7 of 8 people found the following review helpful
on 24 December 2003
2003 has been quite the busy year for Stratovarius. Releasing two albums - Elements 1 & 2 - signing a $3.5 million three album record deal with Sanctuary, and also the very public disputes between band members that saw the departure of singer Timo Kotipelto and drummer Jörg Michael. Meaning that this latest release by the band will be the last to feature Timo and Jörg, which, to me, is a dissapointment as the first thing that attracted me to Stratovarius was Timo's singing.
But Elements Pt 2 is a fine album for Timo to bow out on, choosing now to work on his solo career. You'll find that Stratovarius is "dictated" by guitarist/songwriter Timo Tolkki, who is the founding member of the band and hence forth makes all the decisions. That didn't sit will with Kotipelto obviously who wanted more involvement in the song writing side of Stratovarius, which led to a fist-fight and the singers dismissal from the band. But enough about that controversy that's surrounding Stratovarius right now. The thing to concentrate on is the music.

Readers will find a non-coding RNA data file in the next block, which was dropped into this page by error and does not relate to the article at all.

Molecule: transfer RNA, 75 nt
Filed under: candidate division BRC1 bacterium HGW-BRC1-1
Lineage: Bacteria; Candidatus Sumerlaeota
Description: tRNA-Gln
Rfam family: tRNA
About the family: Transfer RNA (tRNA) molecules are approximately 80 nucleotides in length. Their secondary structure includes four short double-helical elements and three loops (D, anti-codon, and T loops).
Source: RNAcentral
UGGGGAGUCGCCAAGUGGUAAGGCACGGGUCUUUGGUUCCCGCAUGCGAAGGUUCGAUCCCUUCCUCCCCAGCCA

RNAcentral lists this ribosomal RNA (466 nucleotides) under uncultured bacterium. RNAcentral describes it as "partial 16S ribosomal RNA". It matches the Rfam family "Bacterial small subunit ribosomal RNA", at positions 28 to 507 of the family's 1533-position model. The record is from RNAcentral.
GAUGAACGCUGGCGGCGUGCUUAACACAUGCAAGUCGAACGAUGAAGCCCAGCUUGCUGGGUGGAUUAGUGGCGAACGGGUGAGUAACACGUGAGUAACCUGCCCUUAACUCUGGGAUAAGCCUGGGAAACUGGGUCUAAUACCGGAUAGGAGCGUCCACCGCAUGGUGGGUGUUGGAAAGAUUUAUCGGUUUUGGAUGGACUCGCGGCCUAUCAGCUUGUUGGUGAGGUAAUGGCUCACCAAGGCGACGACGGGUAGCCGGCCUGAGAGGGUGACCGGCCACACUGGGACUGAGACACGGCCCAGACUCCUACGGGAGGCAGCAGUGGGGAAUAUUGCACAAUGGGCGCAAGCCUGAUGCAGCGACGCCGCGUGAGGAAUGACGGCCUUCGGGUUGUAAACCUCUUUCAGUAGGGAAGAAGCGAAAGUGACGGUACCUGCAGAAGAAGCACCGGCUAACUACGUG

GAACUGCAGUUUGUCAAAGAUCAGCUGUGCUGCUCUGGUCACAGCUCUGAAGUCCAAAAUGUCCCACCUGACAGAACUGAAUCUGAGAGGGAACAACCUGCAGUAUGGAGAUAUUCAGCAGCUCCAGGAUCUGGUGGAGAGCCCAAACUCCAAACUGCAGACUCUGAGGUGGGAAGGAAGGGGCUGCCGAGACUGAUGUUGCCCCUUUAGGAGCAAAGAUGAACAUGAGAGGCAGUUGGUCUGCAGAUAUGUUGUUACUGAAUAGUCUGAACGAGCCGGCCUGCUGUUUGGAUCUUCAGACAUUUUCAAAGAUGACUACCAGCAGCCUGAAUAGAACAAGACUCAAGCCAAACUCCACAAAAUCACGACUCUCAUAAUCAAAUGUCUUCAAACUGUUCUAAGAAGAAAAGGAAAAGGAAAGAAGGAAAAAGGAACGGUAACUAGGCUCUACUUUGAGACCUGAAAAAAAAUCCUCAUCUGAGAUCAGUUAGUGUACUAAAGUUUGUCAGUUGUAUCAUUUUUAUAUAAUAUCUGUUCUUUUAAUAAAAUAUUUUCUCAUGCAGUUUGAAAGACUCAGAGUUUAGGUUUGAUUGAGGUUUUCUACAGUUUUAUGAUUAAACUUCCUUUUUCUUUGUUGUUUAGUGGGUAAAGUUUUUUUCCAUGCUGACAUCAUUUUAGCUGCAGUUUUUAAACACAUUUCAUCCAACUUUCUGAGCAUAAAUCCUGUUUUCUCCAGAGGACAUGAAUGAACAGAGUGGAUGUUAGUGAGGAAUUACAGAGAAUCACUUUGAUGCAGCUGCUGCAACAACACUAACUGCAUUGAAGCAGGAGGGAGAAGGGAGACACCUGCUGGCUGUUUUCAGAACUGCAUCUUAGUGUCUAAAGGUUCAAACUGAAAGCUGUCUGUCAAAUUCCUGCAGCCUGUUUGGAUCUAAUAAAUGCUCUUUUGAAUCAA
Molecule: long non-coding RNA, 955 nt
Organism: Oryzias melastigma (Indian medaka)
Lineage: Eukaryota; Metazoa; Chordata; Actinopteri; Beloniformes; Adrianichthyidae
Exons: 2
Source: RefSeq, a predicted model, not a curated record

Opener "Alpha & Omega" continues where Elements Pt 1 left off. A more metal song, fuelled by crushing riffs, excellent drumming, Timo's soaring high-pitched vocals and some surprisingly great lyrics for a band from Finland. Telling the story of a omnipotent being it feels almost operatic, and you will soon find yourself head banging and singing along.
Next to "I Walk To My Own Song", it features a lot more involvement from keyboardist Jens Johansson - something which is featured a lot more in this album than Pt 1 - and is a catchy, fun song. The lyrics feel empowering, and Timo really excells here. Of course I cant take anything away from the rest of the band, they're all on top form.
"I'm Still Alive" is a dissapoint in comparison to the first two songs. Starting off strongly, it seems to lose focus by the time the chorus rolls around, Timo failing to project his voice over the guitars and drums, only when it all slows down to raise back up as he reiterates that he's still alive does this song truly shine.
Next up "Season Of Faiths Perfection" is a definite step up. A more mellow, sombre song starting with Timo singing over a acoustic guitar, the keyboards then play a brief interlude, before the whole band joins in, along with a great chorus. Simplistic but great lyrics find that you can soon sway your head to this song before the song roars up majestically. Awesome song.